3 Days, 3 Crimes Against Children In Telugu States
On July 06 a 12-year-old girl was allegedly raped by her 40-year-old father in Buttayagudam in West Godavari district.
The child became pregnant and when the father found out, he threatened her saying he would kill her if she told her mother about what had happened.
When the girl fell sick, her mother took her to the hospital where it was confirmed that the girl was pregnant.
Upon questioning her daughter, the truth came tumbling out. The girl’s mother lodged a complaint against her husband who is currently absconding.
Until Standard 5, the child stayed with her grandmother. For the past year though, after she attained puberty, she moved in with her parents.
“The mother is a housewife and her father is a daily wage labourer and an alcoholic. When the mother went out for some work, then he used to threaten his daughter by keeping an axe beside him saying that he will kill her if she doesn’t listen to him or if she revealed this to anyone,” Polavaram DSP Ravi Kumar told The Lede.
Second Day, Second Crime
The very next day, on 07 July, another incident took place in Kotta Pattiseema village in Polavaram mandal in Andhra Pradesh.
60-year-old Shivaya tried to rape a 12-year-old girl and when neighbours got to know about this, he was taken into police custody.
The Third Day, In Telangana
On 08 July another child was assaulted, this time in neighbouring Telangana.
The incident took place in LB Nagar in Hyderabad, where 35-year-old Jonny tried to assault a 6-year-old child.
He was taken into custody after eyewitnesses turned him in.
Last month a horrifying rape-murder of a nine-month-old baby girl took place in Hanamkonda in Warangal district of Telangana.
On 20 June, 25-year-old Praveen was held for this crime.
The list of crimes against children is long and only increasing this year. Faced with a lack of official information on the number of crimes against children in the Telugu states, The Lede compiled some of the cases reported in the mainstream media that shows how deep rooted the issue is.
On June 24, a 65-year-old worker attempted to rape a 7-year-old child in Jawaharnagar, Hyderabad.
On April 14, a 3-year-old child was sexually abused allegedly by helpers in a Hyderabad kindergarten.
92 child rape cases were reported in just three months in Hyderabad city according to a survey conducted by NGO Balala Hakkula Sangham.
Telangana also has the dubious distinction of being home to the second highest number of child pornography victims in shelter homes in the country, according to a recent report by the Union Ministry of Women and Child Development.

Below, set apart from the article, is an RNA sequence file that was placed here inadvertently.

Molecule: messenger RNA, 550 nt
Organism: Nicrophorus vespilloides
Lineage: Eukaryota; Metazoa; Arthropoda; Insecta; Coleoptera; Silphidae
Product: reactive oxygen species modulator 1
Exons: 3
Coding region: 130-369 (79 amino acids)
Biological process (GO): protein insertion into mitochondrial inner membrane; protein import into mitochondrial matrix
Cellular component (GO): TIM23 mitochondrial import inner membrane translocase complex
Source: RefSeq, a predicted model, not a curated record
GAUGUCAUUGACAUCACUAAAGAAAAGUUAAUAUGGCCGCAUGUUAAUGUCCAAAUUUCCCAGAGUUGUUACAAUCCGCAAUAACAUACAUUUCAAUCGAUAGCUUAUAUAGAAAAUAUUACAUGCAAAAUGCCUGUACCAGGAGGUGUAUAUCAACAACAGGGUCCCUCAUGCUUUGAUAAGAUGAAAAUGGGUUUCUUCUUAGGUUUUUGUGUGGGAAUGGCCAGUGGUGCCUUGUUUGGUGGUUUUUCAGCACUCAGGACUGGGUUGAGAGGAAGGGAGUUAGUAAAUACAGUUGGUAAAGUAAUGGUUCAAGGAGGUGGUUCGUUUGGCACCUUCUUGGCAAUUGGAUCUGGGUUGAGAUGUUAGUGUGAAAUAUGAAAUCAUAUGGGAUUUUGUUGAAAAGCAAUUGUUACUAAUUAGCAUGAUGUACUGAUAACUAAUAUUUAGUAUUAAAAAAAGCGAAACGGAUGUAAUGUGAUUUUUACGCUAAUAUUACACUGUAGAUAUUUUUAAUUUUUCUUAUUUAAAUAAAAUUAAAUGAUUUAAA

Why Are Crimes Against Children Rising?
DSP Ravi Kumar of Polavaram range feels that crimes against children are taking place due to consumption of alcohol. “All these cases are happening when the person is drunk. Also children should be aware of good touch and bad touch,” he said.
Child rights activist Lubna Sarwath says that apart from drinking what is being fed in society is also a main factor for these incidents.
“People are being spoiled by the movies and easy internet access,” she told The Lede. “For them children are the soft targets to commit all these crimes. There is no initiation from the government in addressing these issues,” she charges.
Key Post But No Appointment
Prasanthi Annamraju is a women’s rights activist fighting to prod the Telangana government into appointing a chairperson for the state’s Women and Child Welfare Commission.
“It has been more than 10 months. There is no chairperson appointed for Women’s Commission of Telangana after Tripurana Venkataratnam,” she told The Lede.
The Commission is already lagging behind in terms of pending cases - 57% of its total of 213 cases.
“This year alone, 46 complaints have been filed with the State Women’s Commission, but there is no senior official on the panel who can take up the issue,” she continued.
A group of women in Hyderabad have started a petition on change.org, demanding the government set up a fully functional portal for the women’s commission, where complainants can register their plaints without having to approach the police each time. The petition, which was started a year ago, now has close to 6000 signatories.
Prasanthi says the chairperson for the State Women’s Commissioner has to be appointed by the Chief Minister. “He does not seem to see any urgency although there are many cases being reported,” she said.
“This is not the first time concerns have been raised about the Women’s Commission. The issue has been reported time and again by the media, but the government has maintained silence,” says Prasanthi.
Activists say that although the Commission accepts complaints in person, the lack of an online portal is forcing women to approach the police each time to report a crime.
Multiple attempts to contact the relevant authorities in state government did not yield fruit. The Lede will update this story as and when we get a response.